Law and Order: Cracking down on Arab sector violence

With armed clashes rife, police and community leaders agree on new measures.

police antiviolence rally lod parade 311 (photo credit: POLICE MOTORCYCLISTS ride at the front of an antiv)
police antiviolence rally lod parade 311
(photo credit: POLICE MOTORCYCLISTS ride at the front of an antiv)
Homicide rates in the Arab Israeli community continue to spiral out of control, prompting the Israel Police and the Public Security Ministry to express grave concern this week and to announce the start of a major initiative to stem the violence.
Automatic firearms are within relatively easy reach for Arab crime organizations, as are explosives, rocket-propelled grenades and even mortar shells.
Criminal elements in the Arab community are fighting territorial wars with one another for control of several lucrative markets, including narcotics, protection rackets and stolen vehicles. They have access to staggering quantities of weapons.
Even non-criminally-affiliated Arab households are often armed these days, according to police, as the guns have become a status symbol.
Last weekend, a feud between two Beduin families in Rahat erupted into a gun fight, claiming the life of a young man and leaving a teenager hospitalized. Police suspect that the conflict between the families had been going on for several months that it may have begun over a minor fight between teenagers. An escalating titfor- tat conflict reached new heights when police received reports of shots fired in the Negev city’s Neighborhood 12 over the weekend. The incident exemplified how a minor confrontation can quickly escalate into a gun fight.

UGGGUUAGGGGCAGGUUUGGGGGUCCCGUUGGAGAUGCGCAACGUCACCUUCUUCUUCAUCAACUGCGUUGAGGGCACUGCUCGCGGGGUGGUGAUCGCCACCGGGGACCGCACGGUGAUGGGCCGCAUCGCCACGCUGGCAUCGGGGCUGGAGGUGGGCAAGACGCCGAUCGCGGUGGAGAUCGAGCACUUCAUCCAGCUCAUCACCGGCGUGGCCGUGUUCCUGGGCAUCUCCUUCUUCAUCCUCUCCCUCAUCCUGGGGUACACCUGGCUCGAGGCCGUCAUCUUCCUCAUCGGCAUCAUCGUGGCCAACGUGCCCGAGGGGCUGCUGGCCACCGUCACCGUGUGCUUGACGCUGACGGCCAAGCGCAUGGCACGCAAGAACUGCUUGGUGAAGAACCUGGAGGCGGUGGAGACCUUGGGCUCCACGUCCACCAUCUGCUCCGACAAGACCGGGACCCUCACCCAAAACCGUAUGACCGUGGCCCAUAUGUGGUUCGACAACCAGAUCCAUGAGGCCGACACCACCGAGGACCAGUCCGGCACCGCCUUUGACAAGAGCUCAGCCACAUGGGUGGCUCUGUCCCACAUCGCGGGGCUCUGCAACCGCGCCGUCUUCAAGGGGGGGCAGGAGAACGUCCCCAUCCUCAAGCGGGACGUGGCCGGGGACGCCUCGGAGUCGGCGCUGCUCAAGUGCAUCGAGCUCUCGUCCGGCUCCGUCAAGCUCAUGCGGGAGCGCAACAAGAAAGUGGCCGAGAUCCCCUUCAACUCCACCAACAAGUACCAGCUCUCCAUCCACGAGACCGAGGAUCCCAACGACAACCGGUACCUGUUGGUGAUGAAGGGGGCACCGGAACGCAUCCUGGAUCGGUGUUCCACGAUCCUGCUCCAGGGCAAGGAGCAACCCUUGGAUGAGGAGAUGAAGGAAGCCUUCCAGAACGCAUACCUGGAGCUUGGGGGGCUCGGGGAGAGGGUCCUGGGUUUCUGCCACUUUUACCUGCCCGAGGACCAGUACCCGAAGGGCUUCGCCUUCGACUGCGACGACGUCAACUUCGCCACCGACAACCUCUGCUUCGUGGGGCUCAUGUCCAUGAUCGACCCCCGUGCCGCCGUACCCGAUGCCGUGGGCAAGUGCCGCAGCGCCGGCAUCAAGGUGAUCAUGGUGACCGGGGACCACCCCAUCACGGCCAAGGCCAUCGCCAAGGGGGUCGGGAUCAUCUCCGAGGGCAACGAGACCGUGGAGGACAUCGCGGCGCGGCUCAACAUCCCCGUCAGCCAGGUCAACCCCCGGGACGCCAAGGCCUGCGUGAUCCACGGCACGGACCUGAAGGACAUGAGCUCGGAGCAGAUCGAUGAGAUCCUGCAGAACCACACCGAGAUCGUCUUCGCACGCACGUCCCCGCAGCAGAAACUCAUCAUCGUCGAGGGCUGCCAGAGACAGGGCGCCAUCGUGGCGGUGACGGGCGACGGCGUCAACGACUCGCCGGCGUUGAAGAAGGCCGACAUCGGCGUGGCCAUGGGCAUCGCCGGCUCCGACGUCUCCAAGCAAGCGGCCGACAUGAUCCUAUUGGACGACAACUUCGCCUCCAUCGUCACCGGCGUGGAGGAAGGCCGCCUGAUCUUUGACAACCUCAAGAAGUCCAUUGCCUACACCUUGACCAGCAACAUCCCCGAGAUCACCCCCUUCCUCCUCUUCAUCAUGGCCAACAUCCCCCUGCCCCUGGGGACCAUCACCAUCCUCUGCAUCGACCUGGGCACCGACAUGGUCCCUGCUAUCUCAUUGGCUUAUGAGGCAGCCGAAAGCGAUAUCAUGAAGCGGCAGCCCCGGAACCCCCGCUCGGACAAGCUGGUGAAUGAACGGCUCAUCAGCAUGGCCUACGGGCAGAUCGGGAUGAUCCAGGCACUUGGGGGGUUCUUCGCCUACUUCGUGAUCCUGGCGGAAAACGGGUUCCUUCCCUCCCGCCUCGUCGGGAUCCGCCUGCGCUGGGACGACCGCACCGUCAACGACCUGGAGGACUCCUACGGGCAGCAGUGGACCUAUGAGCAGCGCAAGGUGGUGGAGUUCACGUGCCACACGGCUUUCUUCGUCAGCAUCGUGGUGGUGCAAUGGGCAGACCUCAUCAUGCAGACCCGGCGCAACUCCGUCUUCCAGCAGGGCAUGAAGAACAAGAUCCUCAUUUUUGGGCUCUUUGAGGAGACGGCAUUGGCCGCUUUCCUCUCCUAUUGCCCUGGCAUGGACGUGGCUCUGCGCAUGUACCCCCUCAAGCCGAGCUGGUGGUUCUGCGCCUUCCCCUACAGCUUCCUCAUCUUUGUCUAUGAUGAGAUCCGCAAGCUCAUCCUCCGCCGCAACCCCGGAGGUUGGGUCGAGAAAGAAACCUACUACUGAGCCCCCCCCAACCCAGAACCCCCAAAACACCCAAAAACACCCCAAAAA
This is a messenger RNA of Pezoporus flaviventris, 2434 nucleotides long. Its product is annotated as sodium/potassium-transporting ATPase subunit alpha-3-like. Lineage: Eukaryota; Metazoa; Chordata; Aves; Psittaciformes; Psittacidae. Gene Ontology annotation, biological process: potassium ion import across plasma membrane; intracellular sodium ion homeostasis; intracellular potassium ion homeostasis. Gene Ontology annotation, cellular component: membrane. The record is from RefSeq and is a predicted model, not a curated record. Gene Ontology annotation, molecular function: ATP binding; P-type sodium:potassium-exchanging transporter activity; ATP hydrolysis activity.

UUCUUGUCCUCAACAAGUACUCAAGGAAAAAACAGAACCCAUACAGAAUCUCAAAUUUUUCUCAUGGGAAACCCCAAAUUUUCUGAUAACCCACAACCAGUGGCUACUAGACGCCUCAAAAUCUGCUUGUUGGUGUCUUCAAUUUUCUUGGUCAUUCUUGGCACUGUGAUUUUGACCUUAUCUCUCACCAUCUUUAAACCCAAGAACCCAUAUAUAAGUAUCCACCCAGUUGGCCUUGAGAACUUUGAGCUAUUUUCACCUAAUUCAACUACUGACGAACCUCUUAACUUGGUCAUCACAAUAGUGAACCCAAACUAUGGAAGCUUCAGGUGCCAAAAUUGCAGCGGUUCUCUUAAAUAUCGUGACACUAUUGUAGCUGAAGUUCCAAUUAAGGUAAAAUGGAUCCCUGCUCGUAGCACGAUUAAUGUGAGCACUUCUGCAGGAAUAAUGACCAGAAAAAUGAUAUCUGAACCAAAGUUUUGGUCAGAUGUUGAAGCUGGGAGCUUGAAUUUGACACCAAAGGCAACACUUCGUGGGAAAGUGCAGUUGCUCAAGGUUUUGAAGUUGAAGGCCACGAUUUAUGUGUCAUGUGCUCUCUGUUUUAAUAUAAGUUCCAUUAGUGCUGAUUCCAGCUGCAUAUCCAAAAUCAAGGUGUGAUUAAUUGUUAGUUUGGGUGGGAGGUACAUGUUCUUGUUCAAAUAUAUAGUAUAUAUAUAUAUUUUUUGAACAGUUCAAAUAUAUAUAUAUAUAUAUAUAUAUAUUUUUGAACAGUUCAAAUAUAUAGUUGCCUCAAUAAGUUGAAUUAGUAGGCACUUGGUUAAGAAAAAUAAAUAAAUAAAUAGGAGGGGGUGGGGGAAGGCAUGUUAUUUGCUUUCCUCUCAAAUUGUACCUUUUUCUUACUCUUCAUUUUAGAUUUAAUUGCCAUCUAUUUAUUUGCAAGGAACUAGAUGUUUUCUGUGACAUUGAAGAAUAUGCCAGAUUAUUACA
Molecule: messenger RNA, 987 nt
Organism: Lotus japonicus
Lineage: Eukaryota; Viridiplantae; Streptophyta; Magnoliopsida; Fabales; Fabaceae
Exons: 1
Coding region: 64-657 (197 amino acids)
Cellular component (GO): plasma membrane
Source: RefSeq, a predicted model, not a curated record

Although the Arab community makes up 20 percent of Israel’s population, Arab suspects are involved in 67% of all homicides, 70% of attempted homicides and 52% of arsons, according to Public Security Ministry figures. Nearly all of homicide victims are Arabs as well.
Fearing anarchy, the situation has led many members of the Arab community to demand that the Israel Police dramatically increase their presence in Arab areas, and the police appear to be heeding the call.
Acting on the orders of Public Security Minister Yitzhak Ahronovitch, police have in recent weeks created three new police units to provide assistance to beleaguered police stations serving Arab areas.
One unit was established for the Ayarot station for the Beduin community of the Negev, a second for the Tira and Taibe region in the Sharon district of central Israel and a third unit was set up for Nazareth and Ilut in the North. Each new unit is made up of 110 officers.
“They’re there to assist stations that are experiencing problems,” a Public Security Ministry source told The Jerusalem Post this week.
During the course of this year, police will set up a further five such units, made up of 60 officers each, for Arab areas, covering places like Wadi Ara and Shfaram.
In 2013, units will be created for Lod, Rahat, east Jerusalem and Jaffa.
For attorney Reda Jaber, coordinator of Arab Society – Police Relations Initiative on behalf of the Jerusalembased Abraham Fund, the new police presence couldn’t come fast enough.
“I welcome all police activity when it comes to serving the Arab community and I welcome the deployment of police in this sector,” he said. “To be honest, police are beginning to wake up.”